Some years ago, I was discussing “higher” education with a friend, who humorously observed that “Any subject with the word ‘science’ in it probably isn’t.” The more I thought about it, the more I realized it was true. Think about it: political “science,” behavioral “science,” environmental “science” …
On the other hand, there are a multitude of areas in life — especially in the arts and crafts — where activities and functions, and success or failure, are determined in great part by the understanding of science, even if you don’t think about it explicitly.
I remember once engaging a self righteous “academic” who believed that wood finishers were essentially glorified ditch diggers, that we employed no real science or technology in our work. After presenting him with the following, the conversation suddenly ceased to be a conversation. I was on my own with a soliloquy at that point.
So, if you ever get the temptation to either think that because you are a finisher you are some sort of Cro-Magnon, or have an insufferable in-law who is embarrassed by what you do and possesses the dim-wittedness implied by it, toss this little piece their way.
The practice of furniture finishing and restoration requires the practical application of many technical and scientific disciplines. To competently complete his task, the artisan must be learned in physics, chemistry, materials science, biology and physiology in each project. For the most part, practitioners are too busy getting the job done to truly reflect on the technological sophistication of their projects, so I’d like to point out some of these truths.
The applications of chemistry to finishing are nearly endless.
Organic chemistry leads us to polymer chemistry, which in turn is generally dependent on the nature of the physical chemistry and thermodynamics and reaction rates. (I think I hear eyeballs rolling back in their heads right about now.) The chemistry of resins is all about polymer chemistry. How hard or soft is the finish? How tough or brittle? How transparent? The saturation of the surface is almost entirely dependant on the molecular weight of the resin, which is why a hand-rubbed shellac finish (very low molecular weight) looks absolutely delectable, while a sprayed epoxy or polyester finish (very high molecular weight) has a very “plastic” appearance.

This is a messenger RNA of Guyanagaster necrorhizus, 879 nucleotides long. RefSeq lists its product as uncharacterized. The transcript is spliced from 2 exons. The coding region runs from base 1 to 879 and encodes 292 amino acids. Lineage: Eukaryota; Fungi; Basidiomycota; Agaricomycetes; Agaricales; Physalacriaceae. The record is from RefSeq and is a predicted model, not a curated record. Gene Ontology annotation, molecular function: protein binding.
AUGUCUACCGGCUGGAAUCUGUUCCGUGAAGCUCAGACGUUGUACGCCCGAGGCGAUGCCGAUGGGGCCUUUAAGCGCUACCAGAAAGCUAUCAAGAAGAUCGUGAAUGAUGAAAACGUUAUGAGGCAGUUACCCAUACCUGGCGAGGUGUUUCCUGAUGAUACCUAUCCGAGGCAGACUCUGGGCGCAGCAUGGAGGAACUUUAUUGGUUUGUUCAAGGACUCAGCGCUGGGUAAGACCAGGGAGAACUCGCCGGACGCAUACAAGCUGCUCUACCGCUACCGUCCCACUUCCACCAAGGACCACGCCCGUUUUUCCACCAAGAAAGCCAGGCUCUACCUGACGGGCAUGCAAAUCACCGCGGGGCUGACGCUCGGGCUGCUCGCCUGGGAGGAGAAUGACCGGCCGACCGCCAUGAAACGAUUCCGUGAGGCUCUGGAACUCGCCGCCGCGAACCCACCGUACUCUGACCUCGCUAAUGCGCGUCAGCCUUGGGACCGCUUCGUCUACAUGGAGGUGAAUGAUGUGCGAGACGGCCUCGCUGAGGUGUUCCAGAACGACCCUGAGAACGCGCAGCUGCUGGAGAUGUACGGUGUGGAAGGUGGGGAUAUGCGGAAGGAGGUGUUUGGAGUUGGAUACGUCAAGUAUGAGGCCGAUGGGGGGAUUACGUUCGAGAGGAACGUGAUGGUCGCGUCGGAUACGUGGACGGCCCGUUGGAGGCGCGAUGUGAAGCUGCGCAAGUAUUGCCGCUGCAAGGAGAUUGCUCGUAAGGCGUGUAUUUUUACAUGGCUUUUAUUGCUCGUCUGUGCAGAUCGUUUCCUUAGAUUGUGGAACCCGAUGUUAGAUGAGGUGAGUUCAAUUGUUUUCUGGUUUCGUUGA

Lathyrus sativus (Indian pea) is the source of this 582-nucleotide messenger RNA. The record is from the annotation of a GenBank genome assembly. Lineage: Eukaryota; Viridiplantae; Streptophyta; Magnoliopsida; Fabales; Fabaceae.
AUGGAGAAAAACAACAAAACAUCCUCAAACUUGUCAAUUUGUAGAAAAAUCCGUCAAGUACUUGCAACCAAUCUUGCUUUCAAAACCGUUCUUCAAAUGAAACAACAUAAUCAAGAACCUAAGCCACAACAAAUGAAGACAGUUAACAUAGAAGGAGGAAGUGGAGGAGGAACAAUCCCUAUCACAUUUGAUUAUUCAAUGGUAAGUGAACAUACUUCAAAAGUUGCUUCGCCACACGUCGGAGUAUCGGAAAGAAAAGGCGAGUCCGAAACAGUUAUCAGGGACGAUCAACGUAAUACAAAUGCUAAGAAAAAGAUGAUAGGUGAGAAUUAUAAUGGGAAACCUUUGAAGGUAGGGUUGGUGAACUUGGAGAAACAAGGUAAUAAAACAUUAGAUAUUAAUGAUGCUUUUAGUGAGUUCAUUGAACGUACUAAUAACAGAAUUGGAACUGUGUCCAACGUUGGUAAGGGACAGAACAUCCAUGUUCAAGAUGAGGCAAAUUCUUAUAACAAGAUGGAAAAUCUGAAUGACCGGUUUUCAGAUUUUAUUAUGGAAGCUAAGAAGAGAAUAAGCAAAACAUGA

Even the delivery method and formation of the finish film are dependent on the chemistry of the materials. The more you understand this, the greater your predictive success at the workbench when you need to tweak the process. Solvent interaction and effects on coatings performance is one of my own great interests, as it expands my options immeasurably when it comes to manipulating and using coatings systems on a near-daily basis. How well something is dissolved by something else, and how rapidly it occurs or is reversed, is a purely chemical question for the most part.
Much depends on optics and visual perception (see physiology below). In order for the human eye to perceive color — and perceive it correctly — there must first be a light source. The nature and color spectrum of that light source makes all the difference to the finisher “getting it right.” In principle, you can get close results in almost any lighting system, but for the best results you should do all your finishing work with lighting that mimics that of the furniture’s final location. Otherwise you might be a victim of phenomena known as “color constancy” or “metamerism.” An example of this is when you do final color matching late at night under cheap fluorescent lights, but by the light of morning you didn’t get close.
In fact, every aspect of appearance can be traced to the physics of the materials. As I mentioned before, the molecular weight of a polymer affects the nature of the light absorbed, transmitted, or refracted (bent) by that material. In addition, the ability of a coating to reflect light determines the gloss. If light is left organized in its reflection, we define that as high gloss. If the light is scattered by either the topography of the surface or by light-scattering particles just below the surface, we get matte finishes.